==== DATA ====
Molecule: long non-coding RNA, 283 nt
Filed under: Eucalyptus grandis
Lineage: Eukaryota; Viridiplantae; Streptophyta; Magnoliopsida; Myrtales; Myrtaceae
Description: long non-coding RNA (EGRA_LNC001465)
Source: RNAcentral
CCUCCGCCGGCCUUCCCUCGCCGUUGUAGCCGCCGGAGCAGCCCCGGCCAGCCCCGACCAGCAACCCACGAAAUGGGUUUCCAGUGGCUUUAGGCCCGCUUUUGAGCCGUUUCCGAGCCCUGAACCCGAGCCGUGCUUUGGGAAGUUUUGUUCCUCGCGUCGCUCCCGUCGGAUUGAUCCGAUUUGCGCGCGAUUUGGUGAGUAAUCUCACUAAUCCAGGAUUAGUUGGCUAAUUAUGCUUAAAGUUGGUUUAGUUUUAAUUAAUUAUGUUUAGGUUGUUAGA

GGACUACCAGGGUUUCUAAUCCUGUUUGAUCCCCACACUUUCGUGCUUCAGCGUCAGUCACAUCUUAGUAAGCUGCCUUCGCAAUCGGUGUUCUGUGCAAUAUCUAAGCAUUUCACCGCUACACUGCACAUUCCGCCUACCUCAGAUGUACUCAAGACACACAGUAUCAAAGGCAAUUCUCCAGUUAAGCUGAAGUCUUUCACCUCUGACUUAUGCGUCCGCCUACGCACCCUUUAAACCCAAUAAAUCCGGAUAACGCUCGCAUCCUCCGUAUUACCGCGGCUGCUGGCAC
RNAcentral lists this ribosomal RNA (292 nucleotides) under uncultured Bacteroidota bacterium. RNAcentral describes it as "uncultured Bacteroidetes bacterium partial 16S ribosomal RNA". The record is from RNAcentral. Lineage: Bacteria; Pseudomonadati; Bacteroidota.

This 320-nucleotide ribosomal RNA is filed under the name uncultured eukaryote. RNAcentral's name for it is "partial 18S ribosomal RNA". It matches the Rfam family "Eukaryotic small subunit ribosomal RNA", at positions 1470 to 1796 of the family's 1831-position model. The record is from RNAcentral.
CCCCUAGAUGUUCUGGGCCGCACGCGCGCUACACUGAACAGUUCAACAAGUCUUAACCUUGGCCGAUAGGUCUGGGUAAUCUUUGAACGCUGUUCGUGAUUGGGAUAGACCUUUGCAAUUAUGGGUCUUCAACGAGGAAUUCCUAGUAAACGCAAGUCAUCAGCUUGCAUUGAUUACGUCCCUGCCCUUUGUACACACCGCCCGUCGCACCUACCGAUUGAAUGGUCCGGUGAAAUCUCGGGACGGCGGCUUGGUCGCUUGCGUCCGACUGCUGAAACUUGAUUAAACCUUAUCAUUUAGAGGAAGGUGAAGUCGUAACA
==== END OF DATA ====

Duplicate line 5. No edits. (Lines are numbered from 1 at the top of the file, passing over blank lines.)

Source: RNAcentral